Russian forces operating in the Donbas region are set to launch a “bloodthirsty” attack in an urgent attempt to expand their territory. Putin’s target to conquer the eastern region of Ukraine has forced the Russian military to engage in a “war of attrition” that troops will struggle to maintain for the long term. Retired Air Vice-Marshal, Sean Bell explained the Russian invaders had resorted to desperate strategy in order to achieve Putin’s military aims despite weakening resources.
Speaking to Sky News, the military expert said: “They’ve got clear objectives and that is Luhansk falling first and then Donetsk.”
He continued: “They’re trying to do that in a much more militaristic way now, in bite-size portions.
“The first part of that is Severodonetsk, which is the main focus of the fighting at the moment.”
Severodonetsk, a Ukrainian controlled region of the Donbas, has come under violent attack from Russian forces as they pressure the area to fall to Putin’s control.
Mr Bell added: “What Russia will be seeking to do is to seal off the city, stop the lines of communication and all of the supplies for the Ukrainian forces.”
The military analyst suggested Russian troops would then enact distressing tactics as Putin’s soldiers come under increasing pressure from the Kremlin to advance in Ukraine.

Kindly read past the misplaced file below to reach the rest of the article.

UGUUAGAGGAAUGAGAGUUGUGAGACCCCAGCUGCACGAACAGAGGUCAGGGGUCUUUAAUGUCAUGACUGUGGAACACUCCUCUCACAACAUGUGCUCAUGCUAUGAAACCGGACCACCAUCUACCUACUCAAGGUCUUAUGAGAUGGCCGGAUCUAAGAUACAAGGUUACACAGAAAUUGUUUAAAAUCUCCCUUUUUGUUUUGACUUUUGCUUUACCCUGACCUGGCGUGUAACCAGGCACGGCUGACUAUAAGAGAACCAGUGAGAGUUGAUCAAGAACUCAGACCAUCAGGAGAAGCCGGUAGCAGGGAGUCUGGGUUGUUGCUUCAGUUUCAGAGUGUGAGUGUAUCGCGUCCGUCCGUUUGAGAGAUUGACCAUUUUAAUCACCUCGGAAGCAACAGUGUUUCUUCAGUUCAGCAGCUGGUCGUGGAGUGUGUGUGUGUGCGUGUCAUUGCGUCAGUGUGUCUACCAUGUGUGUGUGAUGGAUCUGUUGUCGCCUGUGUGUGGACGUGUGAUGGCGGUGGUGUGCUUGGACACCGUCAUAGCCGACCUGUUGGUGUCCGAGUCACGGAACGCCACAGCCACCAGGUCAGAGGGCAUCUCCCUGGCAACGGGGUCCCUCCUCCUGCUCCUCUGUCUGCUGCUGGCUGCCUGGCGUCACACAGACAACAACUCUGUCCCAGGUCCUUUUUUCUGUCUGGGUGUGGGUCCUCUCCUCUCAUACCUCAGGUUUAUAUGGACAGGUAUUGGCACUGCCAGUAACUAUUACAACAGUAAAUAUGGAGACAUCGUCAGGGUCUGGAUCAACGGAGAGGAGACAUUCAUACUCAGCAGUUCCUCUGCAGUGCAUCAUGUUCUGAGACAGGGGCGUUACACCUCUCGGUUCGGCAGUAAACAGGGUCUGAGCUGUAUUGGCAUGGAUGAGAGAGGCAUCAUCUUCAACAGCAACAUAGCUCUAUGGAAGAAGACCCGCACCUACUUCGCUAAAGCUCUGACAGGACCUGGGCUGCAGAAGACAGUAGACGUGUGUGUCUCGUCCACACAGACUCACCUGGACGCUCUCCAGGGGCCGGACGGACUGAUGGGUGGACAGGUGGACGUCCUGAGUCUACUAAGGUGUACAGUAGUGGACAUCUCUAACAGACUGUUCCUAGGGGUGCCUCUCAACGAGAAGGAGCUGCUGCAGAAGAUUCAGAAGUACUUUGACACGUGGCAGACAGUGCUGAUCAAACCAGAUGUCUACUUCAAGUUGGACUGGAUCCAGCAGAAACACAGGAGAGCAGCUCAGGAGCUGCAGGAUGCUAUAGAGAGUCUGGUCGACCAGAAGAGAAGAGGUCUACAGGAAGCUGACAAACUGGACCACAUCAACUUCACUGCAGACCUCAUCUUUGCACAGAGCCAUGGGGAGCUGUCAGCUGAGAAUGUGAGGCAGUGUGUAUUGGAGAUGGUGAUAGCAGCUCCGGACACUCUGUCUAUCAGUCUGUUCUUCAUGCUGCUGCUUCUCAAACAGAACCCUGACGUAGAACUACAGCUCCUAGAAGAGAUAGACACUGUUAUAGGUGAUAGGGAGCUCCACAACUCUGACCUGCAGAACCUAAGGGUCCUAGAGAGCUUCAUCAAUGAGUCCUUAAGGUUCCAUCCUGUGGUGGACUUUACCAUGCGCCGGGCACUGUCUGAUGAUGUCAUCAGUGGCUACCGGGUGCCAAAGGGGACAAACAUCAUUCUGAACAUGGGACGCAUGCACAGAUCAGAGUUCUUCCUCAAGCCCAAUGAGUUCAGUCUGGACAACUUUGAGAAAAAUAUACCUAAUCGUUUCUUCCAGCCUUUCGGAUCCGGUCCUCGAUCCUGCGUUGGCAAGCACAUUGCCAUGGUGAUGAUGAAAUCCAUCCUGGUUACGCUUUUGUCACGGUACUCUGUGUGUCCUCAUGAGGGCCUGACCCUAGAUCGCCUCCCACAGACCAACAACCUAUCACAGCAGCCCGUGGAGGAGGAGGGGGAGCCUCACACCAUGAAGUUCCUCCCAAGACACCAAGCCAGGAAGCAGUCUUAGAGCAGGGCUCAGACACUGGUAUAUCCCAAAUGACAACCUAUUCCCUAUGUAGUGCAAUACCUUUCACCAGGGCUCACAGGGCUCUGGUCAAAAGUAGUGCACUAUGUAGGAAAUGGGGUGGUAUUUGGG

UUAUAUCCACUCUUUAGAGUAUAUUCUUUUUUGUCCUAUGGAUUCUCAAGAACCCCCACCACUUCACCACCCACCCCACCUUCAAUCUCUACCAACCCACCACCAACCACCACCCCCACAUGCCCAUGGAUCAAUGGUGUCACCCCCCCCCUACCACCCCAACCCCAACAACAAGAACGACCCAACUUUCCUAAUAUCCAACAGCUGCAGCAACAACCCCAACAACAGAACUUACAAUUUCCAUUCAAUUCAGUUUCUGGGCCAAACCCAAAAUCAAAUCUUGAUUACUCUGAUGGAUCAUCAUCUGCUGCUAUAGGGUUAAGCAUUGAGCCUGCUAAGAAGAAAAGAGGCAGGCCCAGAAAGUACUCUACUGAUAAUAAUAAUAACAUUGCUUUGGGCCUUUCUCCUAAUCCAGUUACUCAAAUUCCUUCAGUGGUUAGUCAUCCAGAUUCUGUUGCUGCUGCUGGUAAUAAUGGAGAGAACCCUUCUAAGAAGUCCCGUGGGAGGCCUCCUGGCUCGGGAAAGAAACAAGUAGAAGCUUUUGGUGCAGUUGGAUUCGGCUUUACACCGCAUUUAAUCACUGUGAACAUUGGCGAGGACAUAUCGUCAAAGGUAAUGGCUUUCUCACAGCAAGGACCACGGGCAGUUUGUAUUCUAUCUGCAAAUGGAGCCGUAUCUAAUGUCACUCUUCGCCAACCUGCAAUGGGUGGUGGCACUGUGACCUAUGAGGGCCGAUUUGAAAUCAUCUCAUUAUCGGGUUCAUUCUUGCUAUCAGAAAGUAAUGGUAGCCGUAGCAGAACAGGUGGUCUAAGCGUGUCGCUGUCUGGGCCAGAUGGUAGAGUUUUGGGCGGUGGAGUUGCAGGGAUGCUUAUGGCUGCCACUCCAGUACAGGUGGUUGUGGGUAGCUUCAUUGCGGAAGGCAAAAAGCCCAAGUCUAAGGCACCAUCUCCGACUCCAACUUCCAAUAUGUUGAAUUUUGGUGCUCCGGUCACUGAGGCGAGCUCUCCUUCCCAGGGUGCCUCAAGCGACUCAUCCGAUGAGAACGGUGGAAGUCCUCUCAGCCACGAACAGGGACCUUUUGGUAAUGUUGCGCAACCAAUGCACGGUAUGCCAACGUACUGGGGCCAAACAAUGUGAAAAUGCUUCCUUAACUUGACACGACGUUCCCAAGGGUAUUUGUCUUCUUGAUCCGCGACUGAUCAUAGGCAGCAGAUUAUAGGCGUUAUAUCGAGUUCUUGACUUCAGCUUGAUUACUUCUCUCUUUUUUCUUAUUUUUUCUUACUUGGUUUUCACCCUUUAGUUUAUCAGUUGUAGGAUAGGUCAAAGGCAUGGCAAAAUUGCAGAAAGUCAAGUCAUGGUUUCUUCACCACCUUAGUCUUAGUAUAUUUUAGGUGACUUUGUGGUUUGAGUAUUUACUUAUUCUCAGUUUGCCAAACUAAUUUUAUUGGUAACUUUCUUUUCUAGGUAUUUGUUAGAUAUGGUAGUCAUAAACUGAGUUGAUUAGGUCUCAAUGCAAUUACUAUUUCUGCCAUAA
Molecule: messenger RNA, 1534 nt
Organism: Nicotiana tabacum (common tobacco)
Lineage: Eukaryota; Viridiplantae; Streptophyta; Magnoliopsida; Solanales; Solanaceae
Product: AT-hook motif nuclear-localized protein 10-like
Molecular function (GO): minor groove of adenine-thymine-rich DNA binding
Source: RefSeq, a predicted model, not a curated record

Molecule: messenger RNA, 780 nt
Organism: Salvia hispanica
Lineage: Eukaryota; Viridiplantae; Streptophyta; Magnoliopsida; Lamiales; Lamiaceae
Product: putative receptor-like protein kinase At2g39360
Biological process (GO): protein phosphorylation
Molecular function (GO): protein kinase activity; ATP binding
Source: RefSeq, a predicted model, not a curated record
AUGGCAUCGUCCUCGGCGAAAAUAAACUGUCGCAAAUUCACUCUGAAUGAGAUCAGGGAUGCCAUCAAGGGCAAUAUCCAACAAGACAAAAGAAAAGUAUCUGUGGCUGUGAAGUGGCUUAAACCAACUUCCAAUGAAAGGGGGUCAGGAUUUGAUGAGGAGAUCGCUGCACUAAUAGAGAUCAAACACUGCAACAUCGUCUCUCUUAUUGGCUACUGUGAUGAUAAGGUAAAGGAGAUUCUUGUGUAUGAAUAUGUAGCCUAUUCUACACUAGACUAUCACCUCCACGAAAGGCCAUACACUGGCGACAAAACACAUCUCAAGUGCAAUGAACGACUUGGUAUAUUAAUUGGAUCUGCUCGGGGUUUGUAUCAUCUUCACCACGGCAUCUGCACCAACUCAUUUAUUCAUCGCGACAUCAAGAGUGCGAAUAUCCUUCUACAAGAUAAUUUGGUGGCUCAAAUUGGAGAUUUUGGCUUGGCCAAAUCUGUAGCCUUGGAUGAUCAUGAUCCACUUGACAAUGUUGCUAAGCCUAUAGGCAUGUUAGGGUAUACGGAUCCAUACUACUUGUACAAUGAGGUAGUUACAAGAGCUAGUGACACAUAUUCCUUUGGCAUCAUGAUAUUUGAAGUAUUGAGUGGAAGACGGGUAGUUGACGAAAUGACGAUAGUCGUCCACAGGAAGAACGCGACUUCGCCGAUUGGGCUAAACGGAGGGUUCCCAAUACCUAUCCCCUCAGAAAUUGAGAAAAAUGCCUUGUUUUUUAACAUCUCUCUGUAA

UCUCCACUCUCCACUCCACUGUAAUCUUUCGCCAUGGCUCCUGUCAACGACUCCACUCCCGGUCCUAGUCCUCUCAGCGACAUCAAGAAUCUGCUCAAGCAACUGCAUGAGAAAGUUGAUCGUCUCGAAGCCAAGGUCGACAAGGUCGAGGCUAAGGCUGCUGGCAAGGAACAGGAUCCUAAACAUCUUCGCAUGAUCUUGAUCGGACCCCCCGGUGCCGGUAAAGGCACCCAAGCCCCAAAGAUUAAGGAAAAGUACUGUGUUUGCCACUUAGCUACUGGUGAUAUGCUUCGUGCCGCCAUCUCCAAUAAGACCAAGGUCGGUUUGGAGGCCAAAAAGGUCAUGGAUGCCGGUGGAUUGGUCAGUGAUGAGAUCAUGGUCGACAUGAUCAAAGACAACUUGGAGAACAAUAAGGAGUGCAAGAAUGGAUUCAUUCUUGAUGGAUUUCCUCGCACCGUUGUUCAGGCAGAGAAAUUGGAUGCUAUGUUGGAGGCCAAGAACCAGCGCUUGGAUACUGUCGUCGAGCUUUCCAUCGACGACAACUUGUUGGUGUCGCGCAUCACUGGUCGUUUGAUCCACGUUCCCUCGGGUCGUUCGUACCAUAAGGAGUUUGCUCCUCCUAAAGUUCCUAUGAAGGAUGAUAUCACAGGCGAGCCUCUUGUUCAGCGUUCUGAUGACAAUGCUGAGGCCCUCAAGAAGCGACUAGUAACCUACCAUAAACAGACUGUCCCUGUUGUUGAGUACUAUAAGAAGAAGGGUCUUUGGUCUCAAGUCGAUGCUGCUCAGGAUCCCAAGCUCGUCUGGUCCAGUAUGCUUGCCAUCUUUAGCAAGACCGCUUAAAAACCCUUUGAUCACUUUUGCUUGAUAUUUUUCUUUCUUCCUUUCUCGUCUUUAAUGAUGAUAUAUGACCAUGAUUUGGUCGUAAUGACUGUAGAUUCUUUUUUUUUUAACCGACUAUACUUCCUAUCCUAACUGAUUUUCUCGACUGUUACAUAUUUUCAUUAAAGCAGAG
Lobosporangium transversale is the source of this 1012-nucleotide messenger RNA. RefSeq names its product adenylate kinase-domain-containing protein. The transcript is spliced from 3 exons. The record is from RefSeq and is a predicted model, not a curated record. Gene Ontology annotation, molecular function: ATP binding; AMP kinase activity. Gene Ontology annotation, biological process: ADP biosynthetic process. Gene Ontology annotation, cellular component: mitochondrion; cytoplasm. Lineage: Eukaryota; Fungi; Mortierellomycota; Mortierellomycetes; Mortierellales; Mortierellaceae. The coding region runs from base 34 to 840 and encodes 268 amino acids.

Mr Bell said: “Then, resort to the kind of mediaeval, bloodthirsty, devastating war of attrition, which they’ve done before.
“It is incredibly costly, but it seems to be the only way that they can secure Putin’s desire to see some form of progress.”
The “bloodthirsty” approach of Russian forces was presented as a desperate manoeuvre to satisfy Putin’s desire to conquer Ukraine.
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Despite the clear aggression of Russian strategy, the military expert suggested Putin’s military may already be significantly weakened.
“We don’t know what Russian morale is like at the moment from the troops but they are certainly getting through people and equipment at a tremendous rate.”
Mr Bell suggested the “bloodthirsty” tactics of Russian invasion would not be sustainable as the military will struggle for sufficient artillery and troops to continue their attack.
He said: “Most Western analysts believe that the attrition of the Russian forces is just not sustainable – they will have to have some form of operational pause at some stage.”